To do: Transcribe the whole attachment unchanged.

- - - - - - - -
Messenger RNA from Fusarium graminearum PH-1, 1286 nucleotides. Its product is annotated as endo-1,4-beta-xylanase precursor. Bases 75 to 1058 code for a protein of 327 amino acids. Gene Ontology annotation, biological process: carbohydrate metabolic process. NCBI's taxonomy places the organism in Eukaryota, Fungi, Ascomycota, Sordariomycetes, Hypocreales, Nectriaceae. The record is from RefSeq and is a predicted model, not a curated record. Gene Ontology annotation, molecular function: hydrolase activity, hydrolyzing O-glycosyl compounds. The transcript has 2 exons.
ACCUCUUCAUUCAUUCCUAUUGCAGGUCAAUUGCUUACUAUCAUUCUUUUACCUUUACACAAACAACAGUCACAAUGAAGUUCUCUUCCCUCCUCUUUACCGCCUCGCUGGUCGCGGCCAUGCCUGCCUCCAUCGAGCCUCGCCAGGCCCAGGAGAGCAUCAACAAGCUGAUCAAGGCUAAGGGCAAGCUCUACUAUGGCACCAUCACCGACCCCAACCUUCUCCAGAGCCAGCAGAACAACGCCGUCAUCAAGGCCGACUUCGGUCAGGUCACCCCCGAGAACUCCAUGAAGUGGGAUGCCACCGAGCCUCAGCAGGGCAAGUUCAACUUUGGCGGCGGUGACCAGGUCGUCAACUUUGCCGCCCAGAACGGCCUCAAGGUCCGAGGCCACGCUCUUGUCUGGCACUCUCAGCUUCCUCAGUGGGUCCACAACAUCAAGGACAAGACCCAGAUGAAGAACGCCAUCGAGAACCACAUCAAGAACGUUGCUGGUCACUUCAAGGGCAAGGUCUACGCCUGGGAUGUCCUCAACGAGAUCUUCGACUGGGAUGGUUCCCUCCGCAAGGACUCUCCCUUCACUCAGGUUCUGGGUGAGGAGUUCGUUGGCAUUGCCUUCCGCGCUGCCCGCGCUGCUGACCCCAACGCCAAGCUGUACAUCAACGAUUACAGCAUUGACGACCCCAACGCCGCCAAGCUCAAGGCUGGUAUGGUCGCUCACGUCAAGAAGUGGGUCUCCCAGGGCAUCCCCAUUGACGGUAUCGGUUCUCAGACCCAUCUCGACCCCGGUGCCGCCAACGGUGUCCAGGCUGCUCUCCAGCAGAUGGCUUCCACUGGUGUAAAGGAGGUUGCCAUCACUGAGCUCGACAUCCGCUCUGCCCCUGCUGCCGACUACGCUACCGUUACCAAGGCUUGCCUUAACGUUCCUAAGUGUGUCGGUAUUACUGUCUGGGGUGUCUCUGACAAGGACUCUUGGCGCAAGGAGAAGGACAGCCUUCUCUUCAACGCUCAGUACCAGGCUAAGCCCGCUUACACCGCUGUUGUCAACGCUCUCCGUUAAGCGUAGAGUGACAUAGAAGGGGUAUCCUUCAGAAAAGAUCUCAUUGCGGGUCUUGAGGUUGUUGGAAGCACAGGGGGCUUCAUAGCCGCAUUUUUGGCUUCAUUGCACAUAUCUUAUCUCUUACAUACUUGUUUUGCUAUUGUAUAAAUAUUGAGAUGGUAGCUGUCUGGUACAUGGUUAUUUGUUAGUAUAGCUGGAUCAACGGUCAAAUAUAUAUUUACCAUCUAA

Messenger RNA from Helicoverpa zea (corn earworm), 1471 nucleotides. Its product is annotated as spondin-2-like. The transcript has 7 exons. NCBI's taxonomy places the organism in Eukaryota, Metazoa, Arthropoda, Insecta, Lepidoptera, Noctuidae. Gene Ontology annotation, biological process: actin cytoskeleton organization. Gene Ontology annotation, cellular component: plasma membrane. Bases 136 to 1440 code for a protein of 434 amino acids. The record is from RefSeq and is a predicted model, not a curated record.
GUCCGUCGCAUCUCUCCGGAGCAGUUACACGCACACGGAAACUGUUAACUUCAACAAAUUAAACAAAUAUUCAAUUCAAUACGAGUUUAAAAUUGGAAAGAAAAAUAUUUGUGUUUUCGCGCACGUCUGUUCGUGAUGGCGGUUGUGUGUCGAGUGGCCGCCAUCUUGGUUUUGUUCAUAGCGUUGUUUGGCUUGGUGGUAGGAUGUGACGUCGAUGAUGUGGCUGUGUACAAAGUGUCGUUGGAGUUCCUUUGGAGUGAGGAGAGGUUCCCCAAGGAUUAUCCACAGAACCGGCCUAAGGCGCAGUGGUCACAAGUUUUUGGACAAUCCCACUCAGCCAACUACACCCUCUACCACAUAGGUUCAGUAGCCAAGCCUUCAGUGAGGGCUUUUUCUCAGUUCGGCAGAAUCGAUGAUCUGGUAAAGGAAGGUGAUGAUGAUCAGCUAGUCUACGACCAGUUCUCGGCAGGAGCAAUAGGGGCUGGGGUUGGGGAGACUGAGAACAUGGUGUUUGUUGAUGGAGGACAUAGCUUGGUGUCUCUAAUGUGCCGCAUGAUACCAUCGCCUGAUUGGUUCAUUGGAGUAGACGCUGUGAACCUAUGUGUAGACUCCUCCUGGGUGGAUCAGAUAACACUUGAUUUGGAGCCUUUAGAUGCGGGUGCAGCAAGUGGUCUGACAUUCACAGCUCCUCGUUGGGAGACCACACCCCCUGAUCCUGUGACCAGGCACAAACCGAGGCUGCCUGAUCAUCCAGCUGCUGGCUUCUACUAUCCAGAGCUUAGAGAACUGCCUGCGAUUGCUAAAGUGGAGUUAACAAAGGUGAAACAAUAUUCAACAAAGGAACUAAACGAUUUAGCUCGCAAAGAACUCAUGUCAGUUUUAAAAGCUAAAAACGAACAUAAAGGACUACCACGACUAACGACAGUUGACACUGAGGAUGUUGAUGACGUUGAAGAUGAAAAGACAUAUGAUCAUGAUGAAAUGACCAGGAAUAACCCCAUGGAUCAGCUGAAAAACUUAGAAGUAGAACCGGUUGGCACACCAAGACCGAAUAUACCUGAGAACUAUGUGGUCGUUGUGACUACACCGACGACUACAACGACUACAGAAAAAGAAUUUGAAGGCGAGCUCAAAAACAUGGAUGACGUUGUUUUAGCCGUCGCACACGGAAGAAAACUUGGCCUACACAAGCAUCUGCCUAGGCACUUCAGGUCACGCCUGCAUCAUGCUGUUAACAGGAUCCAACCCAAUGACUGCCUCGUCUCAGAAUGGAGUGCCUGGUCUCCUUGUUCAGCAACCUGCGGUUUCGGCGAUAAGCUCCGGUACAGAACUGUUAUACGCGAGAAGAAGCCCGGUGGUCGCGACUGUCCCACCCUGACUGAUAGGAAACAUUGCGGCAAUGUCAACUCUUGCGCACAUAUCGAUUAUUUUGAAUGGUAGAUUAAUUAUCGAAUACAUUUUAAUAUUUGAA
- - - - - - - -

Messenger RNA from Fusarium graminearum PH-1, 1286 nucleotides. Its product is annotated as endo-1,4-beta-xylanase precursor. Bases 75 to 1058 code for a protein of 327 amino acids. Gene Ontology annotation, biological process: carbohydrate metabolic process. NCBI's taxonomy places the organism in Eukaryota, Fungi, Ascomycota, Sordariomycetes, Hypocreales, Nectriaceae. The record is from RefSeq and is a predicted model, not a curated record. Gene Ontology annotation, molecular function: hydrolase activity, hydrolyzing O-glycosyl compounds. The transcript has 2 exons.
ACCUCUUCAUUCAUUCCUAUUGCAGGUCAAUUGCUUACUAUCAUUCUUUUACCUUUACACAAACAACAGUCACAAUGAAGUUCUCUUCCCUCCUCUUUACCGCCUCGCUGGUCGCGGCCAUGCCUGCCUCCAUCGAGCCUCGCCAGGCCCAGGAGAGCAUCAACAAGCUGAUCAAGGCUAAGGGCAAGCUCUACUAUGGCACCAUCACCGACCCCAACCUUCUCCAGAGCCAGCAGAACAACGCCGUCAUCAAGGCCGACUUCGGUCAGGUCACCCCCGAGAACUCCAUGAAGUGGGAUGCCACCGAGCCUCAGCAGGGCAAGUUCAACUUUGGCGGCGGUGACCAGGUCGUCAACUUUGCCGCCCAGAACGGCCUCAAGGUCCGAGGCCACGCUCUUGUCUGGCACUCUCAGCUUCCUCAGUGGGUCCACAACAUCAAGGACAAGACCCAGAUGAAGAACGCCAUCGAGAACCACAUCAAGAACGUUGCUGGUCACUUCAAGGGCAAGGUCUACGCCUGGGAUGUCCUCAACGAGAUCUUCGACUGGGAUGGUUCCCUCCGCAAGGACUCUCCCUUCACUCAGGUUCUGGGUGAGGAGUUCGUUGGCAUUGCCUUCCGCGCUGCCCGCGCUGCUGACCCCAACGCCAAGCUGUACAUCAACGAUUACAGCAUUGACGACCCCAACGCCGCCAAGCUCAAGGCUGGUAUGGUCGCUCACGUCAAGAAGUGGGUCUCCCAGGGCAUCCCCAUUGACGGUAUCGGUUCUCAGACCCAUCUCGACCCCGGUGCCGCCAACGGUGUCCAGGCUGCUCUCCAGCAGAUGGCUUCCACUGGUGUAAAGGAGGUUGCCAUCACUGAGCUCGACAUCCGCUCUGCCCCUGCUGCCGACUACGCUACCGUUACCAAGGCUUGCCUUAACGUUCCUAAGUGUGUCGGUAUUACUGUCUGGGGUGUCUCUGACAAGGACUCUUGGCGCAAGGAGAAGGACAGCCUUCUCUUCAACGCUCAGUACCAGGCUAAGCCCGCUUACACCGCUGUUGUCAACGCUCUCCGUUAAGCGUAGAGUGACAUAGAAGGGGUAUCCUUCAGAAAAGAUCUCAUUGCGGGUCUUGAGGUUGUUGGAAGCACAGGGGGCUUCAUAGCCGCAUUUUUGGCUUCAUUGCACAUAUCUUAUCUCUUACAUACUUGUUUUGCUAUUGUAUAAAUAUUGAGAUGGUAGCUGUCUGGUACAUGGUUAUUUGUUAGUAUAGCUGGAUCAACGGUCAAAUAUAUAUUUACCAUCUAA

Messenger RNA from Helicoverpa zea (corn earworm), 1471 nucleotides. Its product is annotated as spondin-2-like. The transcript has 7 exons. NCBI's taxonomy places the organism in Eukaryota, Metazoa, Arthropoda, Insecta, Lepidoptera, Noctuidae. Gene Ontology annotation, biological process: actin cytoskeleton organization. Gene Ontology annotation, cellular component: plasma membrane. Bases 136 to 1440 code for a protein of 434 amino acids. The record is from RefSeq and is a predicted model, not a curated record.
GUCCGUCGCAUCUCUCCGGAGCAGUUACACGCACACGGAAACUGUUAACUUCAACAAAUUAAACAAAUAUUCAAUUCAAUACGAGUUUAAAAUUGGAAAGAAAAAUAUUUGUGUUUUCGCGCACGUCUGUUCGUGAUGGCGGUUGUGUGUCGAGUGGCCGCCAUCUUGGUUUUGUUCAUAGCGUUGUUUGGCUUGGUGGUAGGAUGUGACGUCGAUGAUGUGGCUGUGUACAAAGUGUCGUUGGAGUUCCUUUGGAGUGAGGAGAGGUUCCCCAAGGAUUAUCCACAGAACCGGCCUAAGGCGCAGUGGUCACAAGUUUUUGGACAAUCCCACUCAGCCAACUACACCCUCUACCACAUAGGUUCAGUAGCCAAGCCUUCAGUGAGGGCUUUUUCUCAGUUCGGCAGAAUCGAUGAUCUGGUAAAGGAAGGUGAUGAUGAUCAGCUAGUCUACGACCAGUUCUCGGCAGGAGCAAUAGGGGCUGGGGUUGGGGAGACUGAGAACAUGGUGUUUGUUGAUGGAGGACAUAGCUUGGUGUCUCUAAUGUGCCGCAUGAUACCAUCGCCUGAUUGGUUCAUUGGAGUAGACGCUGUGAACCUAUGUGUAGACUCCUCCUGGGUGGAUCAGAUAACACUUGAUUUGGAGCCUUUAGAUGCGGGUGCAGCAAGUGGUCUGACAUUCACAGCUCCUCGUUGGGAGACCACACCCCCUGAUCCUGUGACCAGGCACAAACCGAGGCUGCCUGAUCAUCCAGCUGCUGGCUUCUACUAUCCAGAGCUUAGAGAACUGCCUGCGAUUGCUAAAGUGGAGUUAACAAAGGUGAAACAAUAUUCAACAAAGGAACUAAACGAUUUAGCUCGCAAAGAACUCAUGUCAGUUUUAAAAGCUAAAAACGAACAUAAAGGACUACCACGACUAACGACAGUUGACACUGAGGAUGUUGAUGACGUUGAAGAUGAAAAGACAUAUGAUCAUGAUGAAAUGACCAGGAAUAACCCCAUGGAUCAGCUGAAAAACUUAGAAGUAGAACCGGUUGGCACACCAAGACCGAAUAUACCUGAGAACUAUGUGGUCGUUGUGACUACACCGACGACUACAACGACUACAGAAAAAGAAUUUGAAGGCGAGCUCAAAAACAUGGAUGACGUUGUUUUAGCCGUCGCACACGGAAGAAAACUUGGCCUACACAAGCAUCUGCCUAGGCACUUCAGGUCACGCCUGCAUCAUGCUGUUAACAGGAUCCAACCCAAUGACUGCCUCGUCUCAGAAUGGAGUGCCUGGUCUCCUUGUUCAGCAACCUGCGGUUUCGGCGAUAAGCUCCGGUACAGAACUGUUAUACGCGAGAAGAAGCCCGGUGGUCGCGACUGUCCCACCCUGACUGAUAGGAAACAUUGCGGCAAUGUCAACUCUUGCGCACAUAUCGAUUAUUUUGAAUGGUAGAUUAAUUAUCGAAUACAUUUUAAUAUUUGAA